Objective information on the circumstances of destroying one of Russia’s largest warship

First, it is obvious that the cruiser sank on the morning of April 14 and there was no storm at sea at that time.



The nature of the damage is clearly visible. Apparently, two missiles or one missile hit the central part of the cruiser. The S-300F anti-air missile system with 68 missiles, almost the entire superstructure, the command post, and part of the weapons systems were destroyed. The condition of torpedoes is not clear, probably, they also exploded.

Guided missile cruiser of the Russian Navy Moskva, photo: open sources

Underwater breach and sinking and roll on the port side are obvious. The crew fought for survival, but could not save the cruiser. Apparently, it was this sinking that led to the destruction of the cruiser. Why did the cruiser sink in such a calm sea?

We can draw the following conclusions. Internal fire, explosion of missile weapons, and fire-caused breach of hermetic tightness of internal spaces, disabled electrical equipment that impeded the fight for survival. The cruiser’s propelling machinery is completely out of order.

The photo confirms the high efficiency of Neptune missiles. It is clear that the crew fought for survival, but could not overcome the effects of the explosions. The pumps that could pump out water did not work. Apparently, water kept flowing to the cruiser, and the roll increased. The state of the sea allowed saving the cruiser, but the Neptunes destroyed the Moskva ship from the inside and left no chance of salvation.

Due to the ammunition explosions, the crew losses must be very high, although it is clear that some Russian sailors managed to escape aboard a Turkish ship. It is obvious that hundreds of Russians were killed, because the largest concentration of battle stations of the crew of 510 sailors was located was in the central part, destroyed by the explosions.

In Sevastopol, the Black Sea Fleet command and the superiors concerned are holding information sessions with the crew members of the cruiser Moskva and especially with their relatives. 

The relatives are explained that compensations to the families of the dead, missing and wounded directly depend on their silence.

They are also reminded of the fact that mortgages will not pay for themselves; a lot of people are asking for service apartments; all relatives of those beneath the fleet’s concern do not have to live in Crimea, instead – they may live in such wonderful cities as Syzran and Tambov.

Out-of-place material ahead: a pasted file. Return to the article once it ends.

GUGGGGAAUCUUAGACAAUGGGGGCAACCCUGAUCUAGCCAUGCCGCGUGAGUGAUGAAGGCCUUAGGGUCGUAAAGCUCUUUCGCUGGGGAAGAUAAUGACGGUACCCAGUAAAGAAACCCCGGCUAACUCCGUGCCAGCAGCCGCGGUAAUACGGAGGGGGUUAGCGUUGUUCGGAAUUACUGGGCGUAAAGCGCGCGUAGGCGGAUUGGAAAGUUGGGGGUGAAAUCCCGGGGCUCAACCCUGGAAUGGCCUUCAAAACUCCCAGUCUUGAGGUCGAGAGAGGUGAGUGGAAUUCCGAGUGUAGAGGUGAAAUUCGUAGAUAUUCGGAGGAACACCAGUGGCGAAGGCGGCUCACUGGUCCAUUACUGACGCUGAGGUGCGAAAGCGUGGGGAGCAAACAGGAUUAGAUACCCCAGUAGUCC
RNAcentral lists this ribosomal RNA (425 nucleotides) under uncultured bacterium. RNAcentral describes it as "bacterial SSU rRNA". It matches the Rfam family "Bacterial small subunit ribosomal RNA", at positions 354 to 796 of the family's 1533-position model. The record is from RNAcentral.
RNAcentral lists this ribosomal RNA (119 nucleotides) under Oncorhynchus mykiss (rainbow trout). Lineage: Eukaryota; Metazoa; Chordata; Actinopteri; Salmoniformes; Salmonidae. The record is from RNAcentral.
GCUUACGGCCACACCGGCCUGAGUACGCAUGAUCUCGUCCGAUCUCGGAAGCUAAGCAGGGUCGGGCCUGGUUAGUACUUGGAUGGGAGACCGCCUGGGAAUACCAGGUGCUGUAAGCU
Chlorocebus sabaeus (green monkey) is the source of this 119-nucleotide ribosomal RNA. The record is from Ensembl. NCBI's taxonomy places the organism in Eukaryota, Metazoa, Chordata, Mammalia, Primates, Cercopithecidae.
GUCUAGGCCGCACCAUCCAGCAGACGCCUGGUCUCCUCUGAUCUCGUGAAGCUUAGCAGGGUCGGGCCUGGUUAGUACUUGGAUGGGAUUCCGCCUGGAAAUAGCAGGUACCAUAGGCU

However an underlying theme is that the rescued crew members, first of all, high-ranking officers are now considered to be losers. Because only the men with special talent can wreck such a ship. They are directly told that the degree of humiliation and further career (if it can be called a career) depend on collective (!) prudence and loyalty. That is, if anybody opens his mouth, everyone will suffer.

It was ordered to organize enhanced surveillance of survivors against the backdrop of an increase in suicidal tendencies.

In general, the naval staff morale is nowhere near fine. Everyone sees and discusses the bestial attitude towards the crew. It will take time to bring everyone to their senses.

The Black Sea Fleet command reports to the superiors concerned that a pause is needed for recovery. Because there is a high risk of man-made breakdowns of ships due to the unwillingness of sailors to put themselves at risk during Putin’s military adventure.

The Southern Military District command proposes that the Black Sea Fleet command shut up and work with people. The unwillingness to further increase the negative saves so far the Black Sea Fleet command from quick reprisal. 

EMPR

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  1. […] At first sight, this news is perceived as “russian occupiers are preparing to inflict new missile strikes on our land, for this they have at least 36 Kalibr cruise missiles.” But in fact, this news should be read as “Russia took five ships into the sea that can be destroyed by a new successful strike of the Neptune. […]

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